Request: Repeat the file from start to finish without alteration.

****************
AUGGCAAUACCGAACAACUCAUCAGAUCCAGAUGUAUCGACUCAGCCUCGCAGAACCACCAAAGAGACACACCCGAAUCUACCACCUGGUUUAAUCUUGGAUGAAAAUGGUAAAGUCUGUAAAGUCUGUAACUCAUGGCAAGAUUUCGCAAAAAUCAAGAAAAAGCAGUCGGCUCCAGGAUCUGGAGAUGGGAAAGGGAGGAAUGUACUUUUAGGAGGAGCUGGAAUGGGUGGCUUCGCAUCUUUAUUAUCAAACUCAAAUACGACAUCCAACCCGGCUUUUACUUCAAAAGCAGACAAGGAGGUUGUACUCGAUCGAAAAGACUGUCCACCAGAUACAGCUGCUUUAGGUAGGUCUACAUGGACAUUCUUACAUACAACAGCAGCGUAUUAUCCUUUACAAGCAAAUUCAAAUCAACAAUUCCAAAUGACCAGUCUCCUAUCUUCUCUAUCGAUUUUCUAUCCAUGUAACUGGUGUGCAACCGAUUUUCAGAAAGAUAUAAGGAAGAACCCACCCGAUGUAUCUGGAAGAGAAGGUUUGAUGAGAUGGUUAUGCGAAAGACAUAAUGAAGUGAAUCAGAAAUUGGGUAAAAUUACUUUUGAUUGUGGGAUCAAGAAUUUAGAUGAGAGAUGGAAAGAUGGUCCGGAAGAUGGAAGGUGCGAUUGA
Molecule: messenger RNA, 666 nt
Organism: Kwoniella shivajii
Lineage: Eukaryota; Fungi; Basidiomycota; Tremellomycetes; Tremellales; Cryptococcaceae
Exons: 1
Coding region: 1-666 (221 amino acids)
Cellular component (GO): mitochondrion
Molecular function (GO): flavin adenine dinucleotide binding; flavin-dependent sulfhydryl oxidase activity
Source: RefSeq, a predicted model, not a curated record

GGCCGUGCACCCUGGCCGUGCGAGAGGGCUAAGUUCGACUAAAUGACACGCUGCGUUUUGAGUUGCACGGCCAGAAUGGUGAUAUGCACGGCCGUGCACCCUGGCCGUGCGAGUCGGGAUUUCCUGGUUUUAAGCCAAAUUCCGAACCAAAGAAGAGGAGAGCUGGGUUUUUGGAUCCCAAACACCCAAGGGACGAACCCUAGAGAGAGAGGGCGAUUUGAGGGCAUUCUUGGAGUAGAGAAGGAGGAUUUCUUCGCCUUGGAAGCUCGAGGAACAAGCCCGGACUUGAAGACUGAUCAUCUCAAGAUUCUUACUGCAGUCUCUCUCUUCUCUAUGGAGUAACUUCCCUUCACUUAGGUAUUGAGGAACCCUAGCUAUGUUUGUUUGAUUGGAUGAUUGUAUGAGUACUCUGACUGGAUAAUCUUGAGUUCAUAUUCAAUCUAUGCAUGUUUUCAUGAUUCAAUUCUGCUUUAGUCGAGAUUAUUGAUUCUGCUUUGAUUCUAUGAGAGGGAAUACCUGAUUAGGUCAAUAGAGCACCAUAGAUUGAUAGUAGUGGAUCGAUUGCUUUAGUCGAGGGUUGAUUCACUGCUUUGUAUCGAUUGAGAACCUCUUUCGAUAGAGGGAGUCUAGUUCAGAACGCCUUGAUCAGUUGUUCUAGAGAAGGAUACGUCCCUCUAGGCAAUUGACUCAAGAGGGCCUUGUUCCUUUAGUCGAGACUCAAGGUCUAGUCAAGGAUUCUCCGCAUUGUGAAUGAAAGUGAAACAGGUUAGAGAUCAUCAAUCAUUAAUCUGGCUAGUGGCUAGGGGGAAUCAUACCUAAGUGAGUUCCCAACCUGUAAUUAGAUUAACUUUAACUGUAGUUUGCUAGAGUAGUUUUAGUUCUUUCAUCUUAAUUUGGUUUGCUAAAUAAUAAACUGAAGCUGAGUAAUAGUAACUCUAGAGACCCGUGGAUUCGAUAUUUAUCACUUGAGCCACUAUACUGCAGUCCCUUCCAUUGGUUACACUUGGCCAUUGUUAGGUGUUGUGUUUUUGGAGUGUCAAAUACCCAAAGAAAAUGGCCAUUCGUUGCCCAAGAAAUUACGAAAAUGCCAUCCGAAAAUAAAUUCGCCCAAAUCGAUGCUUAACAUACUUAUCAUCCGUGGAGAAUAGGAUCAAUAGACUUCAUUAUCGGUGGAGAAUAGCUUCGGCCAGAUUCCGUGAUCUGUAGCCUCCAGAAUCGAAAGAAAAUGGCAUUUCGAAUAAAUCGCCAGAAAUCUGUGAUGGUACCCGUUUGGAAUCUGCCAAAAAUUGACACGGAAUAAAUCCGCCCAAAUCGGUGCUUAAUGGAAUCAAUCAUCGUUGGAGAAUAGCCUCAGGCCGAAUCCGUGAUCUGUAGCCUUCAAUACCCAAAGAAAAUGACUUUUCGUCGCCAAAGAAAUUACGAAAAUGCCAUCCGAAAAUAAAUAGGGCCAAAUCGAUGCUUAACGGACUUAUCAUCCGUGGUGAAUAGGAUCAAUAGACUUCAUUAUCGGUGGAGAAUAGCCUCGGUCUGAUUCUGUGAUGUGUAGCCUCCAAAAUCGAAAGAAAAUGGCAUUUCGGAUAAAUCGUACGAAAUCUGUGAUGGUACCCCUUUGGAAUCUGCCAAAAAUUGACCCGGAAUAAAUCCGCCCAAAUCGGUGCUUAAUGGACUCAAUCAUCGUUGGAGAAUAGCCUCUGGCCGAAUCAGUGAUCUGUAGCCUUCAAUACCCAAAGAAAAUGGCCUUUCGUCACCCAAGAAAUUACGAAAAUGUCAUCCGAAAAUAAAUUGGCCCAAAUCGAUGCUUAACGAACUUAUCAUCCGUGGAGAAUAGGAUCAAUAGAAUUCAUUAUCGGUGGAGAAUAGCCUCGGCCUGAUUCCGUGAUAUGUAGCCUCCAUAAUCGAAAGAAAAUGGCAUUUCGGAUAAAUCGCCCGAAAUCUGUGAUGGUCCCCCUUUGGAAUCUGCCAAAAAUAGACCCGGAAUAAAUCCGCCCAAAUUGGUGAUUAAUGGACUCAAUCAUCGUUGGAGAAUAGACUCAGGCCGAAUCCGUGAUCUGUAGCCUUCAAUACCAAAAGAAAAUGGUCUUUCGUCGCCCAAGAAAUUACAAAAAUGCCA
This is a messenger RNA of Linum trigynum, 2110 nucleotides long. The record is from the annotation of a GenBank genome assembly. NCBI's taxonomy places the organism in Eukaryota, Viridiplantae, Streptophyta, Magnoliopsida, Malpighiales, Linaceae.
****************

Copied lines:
AUGGCAAUACCGAACAACUCAUCAGAUCCAGAUGUAUCGACUCAGCCUCGCAGAACCACCAAAGAGACACACCCGAAUCUACCACCUGGUUUAAUCUUGGAUGAAAAUGGUAAAGUCUGUAAAGUCUGUAACUCAUGGCAAGAUUUCGCAAAAAUCAAGAAAAAGCAGUCGGCUCCAGGAUCUGGAGAUGGGAAAGGGAGGAAUGUACUUUUAGGAGGAGCUGGAAUGGGUGGCUUCGCAUCUUUAUUAUCAAACUCAAAUACGACAUCCAACCCGGCUUUUACUUCAAAAGCAGACAAGGAGGUUGUACUCGAUCGAAAAGACUGUCCACCAGAUACAGCUGCUUUAGGUAGGUCUACAUGGACAUUCUUACAUACAACAGCAGCGUAUUAUCCUUUACAAGCAAAUUCAAAUCAACAAUUCCAAAUGACCAGUCUCCUAUCUUCUCUAUCGAUUUUCUAUCCAUGUAACUGGUGUGCAACCGAUUUUCAGAAAGAUAUAAGGAAGAACCCACCCGAUGUAUCUGGAAGAGAAGGUUUGAUGAGAUGGUUAUGCGAAAGACAUAAUGAAGUGAAUCAGAAAUUGGGUAAAAUUACUUUUGAUUGUGGGAUCAAGAAUUUAGAUGAGAGAUGGAAAGAUGGUCCGGAAGAUGGAAGGUGCGAUUGA
Molecule: messenger RNA, 666 nt
Organism: Kwoniella shivajii
Lineage: Eukaryota; Fungi; Basidiomycota; Tremellomycetes; Tremellales; Cryptococcaceae
Exons: 1
Coding region: 1-666 (221 amino acids)
Cellular component (GO): mitochondrion
Molecular function (GO): flavin adenine dinucleotide binding; flavin-dependent sulfhydryl oxidase activity
Source: RefSeq, a predicted model, not a curated record

GGCCGUGCACCCUGGCCGUGCGAGAGGGCUAAGUUCGACUAAAUGACACGCUGCGUUUUGAGUUGCACGGCCAGAAUGGUGAUAUGCACGGCCGUGCACCCUGGCCGUGCGAGUCGGGAUUUCCUGGUUUUAAGCCAAAUUCCGAACCAAAGAAGAGGAGAGCUGGGUUUUUGGAUCCCAAACACCCAAGGGACGAACCCUAGAGAGAGAGGGCGAUUUGAGGGCAUUCUUGGAGUAGAGAAGGAGGAUUUCUUCGCCUUGGAAGCUCGAGGAACAAGCCCGGACUUGAAGACUGAUCAUCUCAAGAUUCUUACUGCAGUCUCUCUCUUCUCUAUGGAGUAACUUCCCUUCACUUAGGUAUUGAGGAACCCUAGCUAUGUUUGUUUGAUUGGAUGAUUGUAUGAGUACUCUGACUGGAUAAUCUUGAGUUCAUAUUCAAUCUAUGCAUGUUUUCAUGAUUCAAUUCUGCUUUAGUCGAGAUUAUUGAUUCUGCUUUGAUUCUAUGAGAGGGAAUACCUGAUUAGGUCAAUAGAGCACCAUAGAUUGAUAGUAGUGGAUCGAUUGCUUUAGUCGAGGGUUGAUUCACUGCUUUGUAUCGAUUGAGAACCUCUUUCGAUAGAGGGAGUCUAGUUCAGAACGCCUUGAUCAGUUGUUCUAGAGAAGGAUACGUCCCUCUAGGCAAUUGACUCAAGAGGGCCUUGUUCCUUUAGUCGAGACUCAAGGUCUAGUCAAGGAUUCUCCGCAUUGUGAAUGAAAGUGAAACAGGUUAGAGAUCAUCAAUCAUUAAUCUGGCUAGUGGCUAGGGGGAAUCAUACCUAAGUGAGUUCCCAACCUGUAAUUAGAUUAACUUUAACUGUAGUUUGCUAGAGUAGUUUUAGUUCUUUCAUCUUAAUUUGGUUUGCUAAAUAAUAAACUGAAGCUGAGUAAUAGUAACUCUAGAGACCCGUGGAUUCGAUAUUUAUCACUUGAGCCACUAUACUGCAGUCCCUUCCAUUGGUUACACUUGGCCAUUGUUAGGUGUUGUGUUUUUGGAGUGUCAAAUACCCAAAGAAAAUGGCCAUUCGUUGCCCAAGAAAUUACGAAAAUGCCAUCCGAAAAUAAAUUCGCCCAAAUCGAUGCUUAACAUACUUAUCAUCCGUGGAGAAUAGGAUCAAUAGACUUCAUUAUCGGUGGAGAAUAGCUUCGGCCAGAUUCCGUGAUCUGUAGCCUCCAGAAUCGAAAGAAAAUGGCAUUUCGAAUAAAUCGCCAGAAAUCUGUGAUGGUACCCGUUUGGAAUCUGCCAAAAAUUGACACGGAAUAAAUCCGCCCAAAUCGGUGCUUAAUGGAAUCAAUCAUCGUUGGAGAAUAGCCUCAGGCCGAAUCCGUGAUCUGUAGCCUUCAAUACCCAAAGAAAAUGACUUUUCGUCGCCAAAGAAAUUACGAAAAUGCCAUCCGAAAAUAAAUAGGGCCAAAUCGAUGCUUAACGGACUUAUCAUCCGUGGUGAAUAGGAUCAAUAGACUUCAUUAUCGGUGGAGAAUAGCCUCGGUCUGAUUCUGUGAUGUGUAGCCUCCAAAAUCGAAAGAAAAUGGCAUUUCGGAUAAAUCGUACGAAAUCUGUGAUGGUACCCCUUUGGAAUCUGCCAAAAAUUGACCCGGAAUAAAUCCGCCCAAAUCGGUGCUUAAUGGACUCAAUCAUCGUUGGAGAAUAGCCUCUGGCCGAAUCAGUGAUCUGUAGCCUUCAAUACCCAAAGAAAAUGGCCUUUCGUCACCCAAGAAAUUACGAAAAUGUCAUCCGAAAAUAAAUUGGCCCAAAUCGAUGCUUAACGAACUUAUCAUCCGUGGAGAAUAGGAUCAAUAGAAUUCAUUAUCGGUGGAGAAUAGCCUCGGCCUGAUUCCGUGAUAUGUAGCCUCCAUAAUCGAAAGAAAAUGGCAUUUCGGAUAAAUCGCCCGAAAUCUGUGAUGGUCCCCCUUUGGAAUCUGCCAAAAAUAGACCCGGAAUAAAUCCGCCCAAAUUGGUGAUUAAUGGACUCAAUCAUCGUUGGAGAAUAGACUCAGGCCGAAUCCGUGAUCUGUAGCCUUCAAUACCAAAAGAAAAUGGUCUUUCGUCGCCCAAGAAAUUACAAAAAUGCCA
This is a messenger RNA of Linum trigynum, 2110 nucleotides long. The record is from the annotation of a GenBank genome assembly. NCBI's taxonomy places the organism in Eukaryota, Viridiplantae, Streptophyta, Magnoliopsida, Malpighiales, Linaceae.